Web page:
In a WHO Ebola Strategy document published in August 2014, ‘wild animal-to-human transmission’ is listed first among the information to be ‘used at the community level’, before ‘human-to-human transmission’ [3]. This document was designed to serve as the basis for all African Ebola communication programs. The WHO experts recommended that people ‘wear gloves and other appropriate protective clothing when handling wild animals’. In countries where hunters often go bare-footed and whose languages do not have a word for ‘glove’, these recommendations were translated into a prohibition on hunting and eating bushmeat. Anybody who traveled to Africa during in these years saw posters or eared radio messages instructing to avoid bush meat.

For example, an Ebola information picture book published by the Ivory Coast government, with the support of WHO, UNICEF, and the United Nations Operation in Côte d'Ivoire (UNOCI), and available on the UNICEF web site, contains four images demonstrating zoonotic transmission (from bats, monkeys, antelopes, and agoutis), versus only three for intra-human routes [4]. A UNICEF poster, also distributed by the Centers for Disease Control and Prevention (CDC), lists six ‘do nots’, including three relating to wild animals [5]. A Guinean Ebola picture book published by USAID, the Guinean Ministry of Health, and the NGO Plan, dedicates as much space to animal transmission as to human transmission (adding pigs, rodents and rabbits to the previous list) [6].

That have no scientific basis

These bushmeat messages had no scientific ground. In the chapter ‘What should be done once the epidemic is confirmed?’ the already-mentioned OMS strategy document places ‘wild animal-to-human transmission’ as the first risk requiring explanation at the ‘community level’ and lists ‘hunter’ as first among the ‘high-risk occupations’, before ‘health care workers, nursing staff’, while the EBV risk is 21 to 32 higher for health care workers than for the general population [7]. Even though the onset of an Ebola outbreak is due to viral transmission from an animal to a human, this form of transmission does not play any further role in the continuing spread of the epidemic, as the virus is then exclusively transmitted from person to person [8]. Therefore, messages about wildlife transmission not only have no utility during an epidemic but they distract from the vital messages, i.e. those that aim to prevent inter-human transmission.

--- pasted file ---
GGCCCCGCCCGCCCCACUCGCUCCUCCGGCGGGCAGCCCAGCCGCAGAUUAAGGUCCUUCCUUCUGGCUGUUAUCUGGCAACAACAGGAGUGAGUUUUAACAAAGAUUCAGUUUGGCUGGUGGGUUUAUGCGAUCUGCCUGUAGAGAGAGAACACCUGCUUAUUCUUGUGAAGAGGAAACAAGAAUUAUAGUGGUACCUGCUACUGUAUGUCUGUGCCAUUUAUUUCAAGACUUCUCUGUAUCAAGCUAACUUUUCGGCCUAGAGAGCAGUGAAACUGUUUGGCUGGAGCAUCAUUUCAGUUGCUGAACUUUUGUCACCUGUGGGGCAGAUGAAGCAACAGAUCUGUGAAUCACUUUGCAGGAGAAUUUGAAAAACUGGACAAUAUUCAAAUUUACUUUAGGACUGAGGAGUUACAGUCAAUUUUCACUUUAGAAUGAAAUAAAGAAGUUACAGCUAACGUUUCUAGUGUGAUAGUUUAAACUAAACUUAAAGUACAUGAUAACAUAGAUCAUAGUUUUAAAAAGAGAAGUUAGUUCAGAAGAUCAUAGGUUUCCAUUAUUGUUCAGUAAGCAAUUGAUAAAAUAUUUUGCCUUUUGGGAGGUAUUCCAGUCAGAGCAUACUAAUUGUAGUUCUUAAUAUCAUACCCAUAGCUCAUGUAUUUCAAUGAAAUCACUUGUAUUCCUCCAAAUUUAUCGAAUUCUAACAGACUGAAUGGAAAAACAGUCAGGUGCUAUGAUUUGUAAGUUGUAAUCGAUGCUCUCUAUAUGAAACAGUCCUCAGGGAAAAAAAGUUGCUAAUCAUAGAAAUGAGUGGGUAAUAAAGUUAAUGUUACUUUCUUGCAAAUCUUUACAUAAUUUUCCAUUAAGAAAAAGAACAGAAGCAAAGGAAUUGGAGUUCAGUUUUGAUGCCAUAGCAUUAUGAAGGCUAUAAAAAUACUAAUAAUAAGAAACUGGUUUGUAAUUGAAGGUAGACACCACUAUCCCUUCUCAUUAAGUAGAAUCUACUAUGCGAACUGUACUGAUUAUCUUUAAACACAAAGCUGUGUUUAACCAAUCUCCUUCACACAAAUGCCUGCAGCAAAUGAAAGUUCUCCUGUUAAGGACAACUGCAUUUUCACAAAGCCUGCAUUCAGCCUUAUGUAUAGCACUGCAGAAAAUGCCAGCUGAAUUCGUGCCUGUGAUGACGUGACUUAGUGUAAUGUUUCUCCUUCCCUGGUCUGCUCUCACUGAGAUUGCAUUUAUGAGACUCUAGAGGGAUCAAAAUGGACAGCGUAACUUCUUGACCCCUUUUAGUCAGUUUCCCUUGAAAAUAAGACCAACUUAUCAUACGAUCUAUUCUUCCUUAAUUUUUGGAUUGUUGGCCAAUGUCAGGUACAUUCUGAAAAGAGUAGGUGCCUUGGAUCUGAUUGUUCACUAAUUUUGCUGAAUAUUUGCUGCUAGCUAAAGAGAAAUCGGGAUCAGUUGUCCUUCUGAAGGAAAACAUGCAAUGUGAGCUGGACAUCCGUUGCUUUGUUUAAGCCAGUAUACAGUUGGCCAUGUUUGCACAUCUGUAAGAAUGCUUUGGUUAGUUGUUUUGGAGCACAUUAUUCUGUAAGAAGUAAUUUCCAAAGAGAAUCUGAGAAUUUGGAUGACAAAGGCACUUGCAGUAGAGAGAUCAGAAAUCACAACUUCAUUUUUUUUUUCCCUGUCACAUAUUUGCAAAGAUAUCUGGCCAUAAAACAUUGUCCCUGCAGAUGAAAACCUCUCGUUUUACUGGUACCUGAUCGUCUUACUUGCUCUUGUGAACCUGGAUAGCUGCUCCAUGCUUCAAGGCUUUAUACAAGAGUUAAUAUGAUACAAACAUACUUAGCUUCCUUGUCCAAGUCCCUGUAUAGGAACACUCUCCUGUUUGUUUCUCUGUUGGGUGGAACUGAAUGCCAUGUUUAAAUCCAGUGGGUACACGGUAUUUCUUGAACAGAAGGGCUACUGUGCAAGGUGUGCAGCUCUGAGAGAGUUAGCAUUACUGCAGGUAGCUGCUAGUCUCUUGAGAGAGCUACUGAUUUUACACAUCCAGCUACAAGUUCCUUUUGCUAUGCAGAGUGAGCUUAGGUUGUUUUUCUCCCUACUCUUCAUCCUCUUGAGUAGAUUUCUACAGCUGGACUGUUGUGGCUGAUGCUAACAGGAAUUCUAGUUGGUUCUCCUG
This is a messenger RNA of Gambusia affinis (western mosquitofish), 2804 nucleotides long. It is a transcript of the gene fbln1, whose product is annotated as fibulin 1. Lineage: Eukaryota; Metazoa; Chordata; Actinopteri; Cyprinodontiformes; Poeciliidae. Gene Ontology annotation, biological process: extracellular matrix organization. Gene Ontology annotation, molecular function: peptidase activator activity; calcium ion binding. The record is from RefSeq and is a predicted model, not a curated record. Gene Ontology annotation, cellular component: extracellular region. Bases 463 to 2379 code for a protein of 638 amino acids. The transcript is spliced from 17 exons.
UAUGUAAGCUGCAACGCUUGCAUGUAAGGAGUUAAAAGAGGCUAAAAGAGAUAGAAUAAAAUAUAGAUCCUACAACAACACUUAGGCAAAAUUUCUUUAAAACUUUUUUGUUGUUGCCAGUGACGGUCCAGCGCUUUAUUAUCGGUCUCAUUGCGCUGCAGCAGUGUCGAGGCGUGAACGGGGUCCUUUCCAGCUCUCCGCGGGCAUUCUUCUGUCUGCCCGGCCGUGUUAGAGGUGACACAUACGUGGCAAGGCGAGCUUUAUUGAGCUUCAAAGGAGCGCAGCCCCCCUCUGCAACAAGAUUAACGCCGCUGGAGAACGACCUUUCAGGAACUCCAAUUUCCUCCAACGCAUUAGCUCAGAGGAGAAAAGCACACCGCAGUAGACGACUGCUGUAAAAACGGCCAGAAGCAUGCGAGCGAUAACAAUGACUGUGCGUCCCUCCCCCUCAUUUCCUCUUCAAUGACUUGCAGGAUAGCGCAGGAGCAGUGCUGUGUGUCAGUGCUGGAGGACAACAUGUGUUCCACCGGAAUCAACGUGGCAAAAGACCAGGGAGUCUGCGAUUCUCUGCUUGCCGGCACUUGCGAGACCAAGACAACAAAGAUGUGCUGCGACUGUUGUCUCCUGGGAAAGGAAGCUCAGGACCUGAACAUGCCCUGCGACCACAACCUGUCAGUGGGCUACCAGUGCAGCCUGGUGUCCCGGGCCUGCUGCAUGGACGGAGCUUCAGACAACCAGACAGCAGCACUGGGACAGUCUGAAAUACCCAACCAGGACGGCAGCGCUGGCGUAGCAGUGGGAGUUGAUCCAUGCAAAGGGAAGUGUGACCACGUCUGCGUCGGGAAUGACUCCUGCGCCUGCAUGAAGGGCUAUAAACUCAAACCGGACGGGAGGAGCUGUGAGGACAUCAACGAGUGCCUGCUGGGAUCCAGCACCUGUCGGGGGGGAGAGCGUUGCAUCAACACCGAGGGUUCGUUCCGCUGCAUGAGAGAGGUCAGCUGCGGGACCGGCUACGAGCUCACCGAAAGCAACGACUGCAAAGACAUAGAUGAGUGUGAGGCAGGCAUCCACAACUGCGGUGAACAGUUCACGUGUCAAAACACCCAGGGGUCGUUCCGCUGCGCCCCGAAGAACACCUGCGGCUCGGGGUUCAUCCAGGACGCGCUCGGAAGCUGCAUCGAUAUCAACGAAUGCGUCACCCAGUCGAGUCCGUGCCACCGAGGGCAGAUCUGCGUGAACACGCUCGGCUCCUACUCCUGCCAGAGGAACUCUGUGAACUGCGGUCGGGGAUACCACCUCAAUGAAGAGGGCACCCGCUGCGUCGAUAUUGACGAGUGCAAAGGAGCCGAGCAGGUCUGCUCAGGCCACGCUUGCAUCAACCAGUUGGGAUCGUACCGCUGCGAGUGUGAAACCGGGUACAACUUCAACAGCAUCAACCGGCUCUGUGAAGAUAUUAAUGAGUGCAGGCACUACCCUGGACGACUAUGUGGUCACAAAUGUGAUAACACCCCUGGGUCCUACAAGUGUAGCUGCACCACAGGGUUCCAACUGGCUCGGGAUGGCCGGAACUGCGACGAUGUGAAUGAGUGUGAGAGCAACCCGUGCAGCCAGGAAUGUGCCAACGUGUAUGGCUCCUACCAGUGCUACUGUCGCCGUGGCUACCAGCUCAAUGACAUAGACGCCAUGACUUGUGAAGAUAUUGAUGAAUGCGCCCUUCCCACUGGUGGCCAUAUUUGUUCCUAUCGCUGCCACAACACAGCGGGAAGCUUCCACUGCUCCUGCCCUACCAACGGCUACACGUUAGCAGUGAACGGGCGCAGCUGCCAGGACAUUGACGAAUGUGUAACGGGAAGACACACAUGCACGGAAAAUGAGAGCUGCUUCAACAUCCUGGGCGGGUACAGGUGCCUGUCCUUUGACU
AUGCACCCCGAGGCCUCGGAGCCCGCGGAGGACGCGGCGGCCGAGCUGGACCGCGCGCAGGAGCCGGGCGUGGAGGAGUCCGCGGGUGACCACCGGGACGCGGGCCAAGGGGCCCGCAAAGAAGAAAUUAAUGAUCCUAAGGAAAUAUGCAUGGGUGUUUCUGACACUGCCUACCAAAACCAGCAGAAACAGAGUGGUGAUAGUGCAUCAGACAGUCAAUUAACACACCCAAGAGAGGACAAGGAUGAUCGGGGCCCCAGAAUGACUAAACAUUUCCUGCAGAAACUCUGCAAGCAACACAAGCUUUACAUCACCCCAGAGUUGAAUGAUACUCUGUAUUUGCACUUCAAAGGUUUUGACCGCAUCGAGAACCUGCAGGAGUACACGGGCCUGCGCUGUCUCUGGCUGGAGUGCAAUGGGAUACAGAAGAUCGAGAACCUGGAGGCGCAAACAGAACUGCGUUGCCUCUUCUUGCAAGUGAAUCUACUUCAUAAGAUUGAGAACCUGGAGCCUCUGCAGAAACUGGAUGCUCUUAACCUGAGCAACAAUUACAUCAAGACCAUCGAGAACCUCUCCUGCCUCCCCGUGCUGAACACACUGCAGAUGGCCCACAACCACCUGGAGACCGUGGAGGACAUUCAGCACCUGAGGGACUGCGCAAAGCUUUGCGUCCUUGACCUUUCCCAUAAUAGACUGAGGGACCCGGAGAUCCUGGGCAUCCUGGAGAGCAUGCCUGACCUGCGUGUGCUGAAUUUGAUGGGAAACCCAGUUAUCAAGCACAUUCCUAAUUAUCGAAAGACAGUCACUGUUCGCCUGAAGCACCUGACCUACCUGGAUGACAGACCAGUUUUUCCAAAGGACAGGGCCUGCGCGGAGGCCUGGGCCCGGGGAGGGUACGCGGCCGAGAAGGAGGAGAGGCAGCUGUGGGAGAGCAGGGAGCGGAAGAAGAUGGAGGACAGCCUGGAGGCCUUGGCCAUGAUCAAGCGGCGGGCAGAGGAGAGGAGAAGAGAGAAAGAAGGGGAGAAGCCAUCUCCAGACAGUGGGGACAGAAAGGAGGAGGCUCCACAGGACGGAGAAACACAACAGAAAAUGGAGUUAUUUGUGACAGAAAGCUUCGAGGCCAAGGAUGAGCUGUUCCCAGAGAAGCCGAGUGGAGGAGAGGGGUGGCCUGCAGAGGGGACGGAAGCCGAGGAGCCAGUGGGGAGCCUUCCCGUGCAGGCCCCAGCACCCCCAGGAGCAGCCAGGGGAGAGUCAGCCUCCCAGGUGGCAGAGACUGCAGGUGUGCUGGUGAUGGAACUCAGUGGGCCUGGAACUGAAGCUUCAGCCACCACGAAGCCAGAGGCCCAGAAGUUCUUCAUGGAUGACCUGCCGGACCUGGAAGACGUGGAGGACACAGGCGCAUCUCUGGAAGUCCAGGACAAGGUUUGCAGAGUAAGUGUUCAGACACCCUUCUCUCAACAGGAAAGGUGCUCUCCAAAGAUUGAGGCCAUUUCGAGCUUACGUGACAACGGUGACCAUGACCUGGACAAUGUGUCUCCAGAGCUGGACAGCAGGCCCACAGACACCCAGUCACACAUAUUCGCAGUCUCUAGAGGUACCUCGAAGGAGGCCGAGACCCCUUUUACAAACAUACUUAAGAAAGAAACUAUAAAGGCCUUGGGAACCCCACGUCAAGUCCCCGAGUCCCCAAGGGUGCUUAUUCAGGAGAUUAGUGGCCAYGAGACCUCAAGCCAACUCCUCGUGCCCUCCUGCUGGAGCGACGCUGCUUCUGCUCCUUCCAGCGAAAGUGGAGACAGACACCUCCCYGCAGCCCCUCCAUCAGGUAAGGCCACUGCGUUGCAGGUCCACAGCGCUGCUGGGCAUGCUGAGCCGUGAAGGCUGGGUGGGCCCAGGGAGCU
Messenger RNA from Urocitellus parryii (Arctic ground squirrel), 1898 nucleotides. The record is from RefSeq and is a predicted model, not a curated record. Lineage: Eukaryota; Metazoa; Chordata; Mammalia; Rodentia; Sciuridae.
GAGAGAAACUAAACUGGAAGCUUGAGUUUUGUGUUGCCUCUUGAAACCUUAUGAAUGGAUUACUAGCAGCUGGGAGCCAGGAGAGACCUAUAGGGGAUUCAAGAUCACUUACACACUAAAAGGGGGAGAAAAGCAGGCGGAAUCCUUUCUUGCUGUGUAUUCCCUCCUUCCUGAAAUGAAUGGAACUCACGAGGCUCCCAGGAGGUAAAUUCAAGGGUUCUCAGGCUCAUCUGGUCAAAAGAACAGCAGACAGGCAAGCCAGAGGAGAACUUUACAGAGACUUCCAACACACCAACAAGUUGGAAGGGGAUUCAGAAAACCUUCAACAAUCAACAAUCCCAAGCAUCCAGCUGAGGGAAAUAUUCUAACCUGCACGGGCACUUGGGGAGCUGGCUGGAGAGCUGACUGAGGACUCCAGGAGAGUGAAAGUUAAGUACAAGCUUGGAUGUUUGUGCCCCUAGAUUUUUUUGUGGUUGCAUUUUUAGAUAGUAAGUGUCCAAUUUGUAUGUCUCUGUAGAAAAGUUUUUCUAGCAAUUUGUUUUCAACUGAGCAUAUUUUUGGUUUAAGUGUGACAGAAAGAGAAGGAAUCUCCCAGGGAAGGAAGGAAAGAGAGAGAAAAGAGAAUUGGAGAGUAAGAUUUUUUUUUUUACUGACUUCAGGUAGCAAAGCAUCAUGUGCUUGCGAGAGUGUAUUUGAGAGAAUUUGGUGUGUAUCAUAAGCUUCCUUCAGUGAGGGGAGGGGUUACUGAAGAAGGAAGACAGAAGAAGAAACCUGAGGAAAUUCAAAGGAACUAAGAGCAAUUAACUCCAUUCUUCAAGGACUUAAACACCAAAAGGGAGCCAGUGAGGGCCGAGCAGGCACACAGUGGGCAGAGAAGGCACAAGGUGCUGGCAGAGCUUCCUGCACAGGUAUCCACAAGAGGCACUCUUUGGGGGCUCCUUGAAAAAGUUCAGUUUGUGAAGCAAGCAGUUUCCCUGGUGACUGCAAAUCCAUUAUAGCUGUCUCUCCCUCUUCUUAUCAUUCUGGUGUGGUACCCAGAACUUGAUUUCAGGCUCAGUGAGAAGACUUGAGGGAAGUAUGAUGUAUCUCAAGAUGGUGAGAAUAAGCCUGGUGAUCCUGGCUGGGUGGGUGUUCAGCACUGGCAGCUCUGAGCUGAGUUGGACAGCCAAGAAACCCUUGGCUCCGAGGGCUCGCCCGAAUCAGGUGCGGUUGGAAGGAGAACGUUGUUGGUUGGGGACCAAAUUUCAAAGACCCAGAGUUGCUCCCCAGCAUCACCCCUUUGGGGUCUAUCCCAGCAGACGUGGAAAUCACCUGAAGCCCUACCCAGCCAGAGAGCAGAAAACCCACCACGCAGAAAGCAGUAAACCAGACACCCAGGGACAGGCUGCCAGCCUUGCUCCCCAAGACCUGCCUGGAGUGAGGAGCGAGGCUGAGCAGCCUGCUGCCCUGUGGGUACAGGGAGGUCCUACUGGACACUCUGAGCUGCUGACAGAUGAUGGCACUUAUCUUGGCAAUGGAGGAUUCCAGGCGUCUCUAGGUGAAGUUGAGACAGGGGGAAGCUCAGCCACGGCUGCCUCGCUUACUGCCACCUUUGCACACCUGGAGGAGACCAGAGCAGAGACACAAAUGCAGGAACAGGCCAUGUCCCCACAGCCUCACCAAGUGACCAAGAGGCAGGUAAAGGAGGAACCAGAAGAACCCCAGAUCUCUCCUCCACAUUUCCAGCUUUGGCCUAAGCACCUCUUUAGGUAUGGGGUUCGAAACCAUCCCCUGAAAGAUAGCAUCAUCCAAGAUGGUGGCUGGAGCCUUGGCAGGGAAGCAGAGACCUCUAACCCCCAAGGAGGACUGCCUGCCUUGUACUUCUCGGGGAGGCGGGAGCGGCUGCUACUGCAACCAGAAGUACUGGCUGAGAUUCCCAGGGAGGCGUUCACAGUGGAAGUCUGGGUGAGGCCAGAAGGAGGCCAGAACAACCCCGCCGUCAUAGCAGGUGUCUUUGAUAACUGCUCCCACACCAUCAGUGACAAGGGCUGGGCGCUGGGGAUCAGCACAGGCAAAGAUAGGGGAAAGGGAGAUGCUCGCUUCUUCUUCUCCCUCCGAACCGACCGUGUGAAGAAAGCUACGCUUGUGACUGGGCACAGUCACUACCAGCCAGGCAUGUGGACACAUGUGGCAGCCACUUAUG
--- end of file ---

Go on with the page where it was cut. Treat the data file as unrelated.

What about the prevention of an epidemic in Ebola-free countries ? Firstly, let’s examine the case for mammals other then bats. As far as wild animals go, the Ebola virus has only been detected in gorillas, chimpanzees, and duikers [9]. The human index cases from several Congo and DRC outbreaks had been infected by one of these species [10]. Yet these infected animals were always dead when found by villagers [11]. Only half-a-dozen African countries have significant numbers of chimpanzees or small populations of gorillas. Therefore, in terms of non-flying mammals, bushmeat messages should only be used in a handful of countries and should not mention hunting, but scavenging. They could read, for example: ‘do not eat or touch any dead gorillas, chimpanzees, or duikers, that you might find...ʼ.

The suspected Ebola virus reservoir consists of several different bat species who inhabit an area spanning 22 Central and West African countries, populated by 22 million people (Figure 1) [12]. Over the last 14 years, one outbreak per year has occurred, indicating that the chance of contracting Ebola in the at-risk area is one out of 22 million, per year. For comparison, the estimated risk of contracting HIV from a blood transfusion in an industrialized country is more than ten times higher (about 1 in 2 million in the USA, 1 in 2.35 million in France) [13].